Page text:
Dr. Leanne Foster’s Address at this year’s Holiday Dinners:
At this time of year, social media ramps up stories of holiday cheer and kindness. I admit to being a bit of a softie when it comes to those “tug at the heartstrings” commercials and videos of cute puppies climbing clumsily out of a box wrapped with a big bow (although between you and me, I think that whole “Christmas morning surprise” isn’t quite as much fun for the puppy). One of these lovely messages came across my Facebook feed last week, posted by a friend. It tugged at my heartstrings not because of a puppy or a holiday song uncannily performed by a three-year-old musical savant but because of the thoughtfulness of this lovely idea. Here’s the story behind it.
My friend’s daughter has two young children, and like many parents, she struggles with the commercialization of Christmas and its overemphasis on consumerism. Her social media feed and email inbox are flooded daily (hourly, in fact) with ads for everything you supposedly need to make a child’s Christmas special. It’s hard for any other message to compete with the loud trumpeting of buy more, buy cheaper, buy faster, get it delivered to your door by tomorrow morning. Her son and daughter, too, are targeted with messages subtly directed at children that attempt to create that powerful sense of longing and sometimes even a sense of inadequacy that can only be filled by that special item (an item that just happens to be on sale today and today only)!
Thinking about a way to convey to her children the true meaning of the season, she “sent a message to Santa” and suggested the following idea. Her children would leave a box of toys and games under the tree – gently used toys and games, still in good shape and with at least one item that was a little bit hard to part with. These carefully chosen gifts would find their way to children whose parents weren’t able to buy presents that year. She knew that Santa’s network was far-reaching and there were many helpers in many organizations that would lend a hand to distribute these gently-loved gifts.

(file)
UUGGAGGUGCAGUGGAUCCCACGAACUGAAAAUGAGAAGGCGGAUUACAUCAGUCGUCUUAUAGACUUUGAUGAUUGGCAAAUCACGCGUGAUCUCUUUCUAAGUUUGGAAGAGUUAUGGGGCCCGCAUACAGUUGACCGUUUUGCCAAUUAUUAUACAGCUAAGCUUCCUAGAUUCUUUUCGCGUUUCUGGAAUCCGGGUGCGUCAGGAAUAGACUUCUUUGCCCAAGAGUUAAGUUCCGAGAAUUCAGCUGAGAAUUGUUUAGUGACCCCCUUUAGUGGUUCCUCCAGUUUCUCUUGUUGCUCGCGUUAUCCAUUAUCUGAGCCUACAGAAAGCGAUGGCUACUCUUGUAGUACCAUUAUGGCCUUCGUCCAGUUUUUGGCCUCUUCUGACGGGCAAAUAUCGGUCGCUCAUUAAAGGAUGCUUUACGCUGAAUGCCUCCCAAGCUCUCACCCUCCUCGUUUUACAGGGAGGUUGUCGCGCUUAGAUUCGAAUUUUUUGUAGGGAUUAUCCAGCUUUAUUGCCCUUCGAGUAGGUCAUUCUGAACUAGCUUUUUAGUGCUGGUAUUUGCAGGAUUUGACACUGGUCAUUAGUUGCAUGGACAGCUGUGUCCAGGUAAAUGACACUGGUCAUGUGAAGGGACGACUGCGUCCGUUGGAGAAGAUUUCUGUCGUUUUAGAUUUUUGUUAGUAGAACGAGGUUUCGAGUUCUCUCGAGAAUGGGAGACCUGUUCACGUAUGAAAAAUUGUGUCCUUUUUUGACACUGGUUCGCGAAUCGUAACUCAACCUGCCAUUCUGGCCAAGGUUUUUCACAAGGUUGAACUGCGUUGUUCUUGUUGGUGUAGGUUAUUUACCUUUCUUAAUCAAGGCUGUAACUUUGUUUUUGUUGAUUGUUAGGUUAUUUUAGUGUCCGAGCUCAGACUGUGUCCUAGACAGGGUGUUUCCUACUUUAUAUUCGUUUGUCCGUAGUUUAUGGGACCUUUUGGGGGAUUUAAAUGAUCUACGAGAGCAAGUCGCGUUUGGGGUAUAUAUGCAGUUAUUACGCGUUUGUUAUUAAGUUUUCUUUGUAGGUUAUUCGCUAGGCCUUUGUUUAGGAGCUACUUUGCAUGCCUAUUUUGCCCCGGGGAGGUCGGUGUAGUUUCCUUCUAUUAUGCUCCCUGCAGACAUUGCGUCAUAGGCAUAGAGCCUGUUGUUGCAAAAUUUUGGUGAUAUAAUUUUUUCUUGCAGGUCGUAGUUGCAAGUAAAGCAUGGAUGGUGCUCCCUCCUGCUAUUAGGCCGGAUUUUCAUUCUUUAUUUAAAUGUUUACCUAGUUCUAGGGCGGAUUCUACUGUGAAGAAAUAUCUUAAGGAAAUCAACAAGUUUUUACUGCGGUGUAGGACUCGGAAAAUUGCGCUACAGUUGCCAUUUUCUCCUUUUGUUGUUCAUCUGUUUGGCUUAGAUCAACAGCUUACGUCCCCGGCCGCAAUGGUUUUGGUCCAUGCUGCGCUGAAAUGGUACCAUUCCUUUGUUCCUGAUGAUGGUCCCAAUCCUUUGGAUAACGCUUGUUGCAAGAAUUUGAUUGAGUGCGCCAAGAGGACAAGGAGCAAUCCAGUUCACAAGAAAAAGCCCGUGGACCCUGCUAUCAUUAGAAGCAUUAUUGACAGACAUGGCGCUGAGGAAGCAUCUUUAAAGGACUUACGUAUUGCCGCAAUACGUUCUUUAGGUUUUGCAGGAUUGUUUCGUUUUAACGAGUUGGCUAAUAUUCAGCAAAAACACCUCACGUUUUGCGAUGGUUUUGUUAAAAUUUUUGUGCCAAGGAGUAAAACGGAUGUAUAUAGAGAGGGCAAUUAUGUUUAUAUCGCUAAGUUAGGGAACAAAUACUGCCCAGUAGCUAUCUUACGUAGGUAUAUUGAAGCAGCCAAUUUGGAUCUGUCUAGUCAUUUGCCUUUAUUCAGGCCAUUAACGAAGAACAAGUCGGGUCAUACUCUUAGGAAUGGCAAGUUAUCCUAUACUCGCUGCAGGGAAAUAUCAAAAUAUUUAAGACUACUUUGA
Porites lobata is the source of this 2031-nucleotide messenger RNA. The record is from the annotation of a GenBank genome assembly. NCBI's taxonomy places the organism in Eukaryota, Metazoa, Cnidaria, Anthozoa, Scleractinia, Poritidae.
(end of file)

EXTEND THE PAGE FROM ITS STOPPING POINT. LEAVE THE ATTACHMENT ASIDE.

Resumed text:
The next part of her idea was the part that I really loved. Each child would place four boxes under the tree, each box decorated with creativity, love and (I’m sure) lots of sparkles. The four boxes were labelled as follows: something I want, something I need, something to wear and something to read. On Christmas morning, each box would have one special item inside, chosen just for them. The thoughtfulness inherent in such a way of gifting spoke to the part of the holidays I fear is being lost. The part that reminds us it’s not about the presents but about the thought and care that went into that gift. It’s not about receiving more but about giving more. So let’s, as a community, push back against the message that we need to give more to show our love or that we need to receive more to feel loved. Whether you celebrate Christmas or Hanukkah, or simply spend this season enjoying time with family and friends, I hope we will all remember the words of the 20th century philosopher, the very wise Charlie Brown who said, “It’s not what’s under the Christmas tree that matters, it’s who’s around it.”
From my family to each and every one of yours, we wish you a season of blessings, of love, and of time with those who truly matter.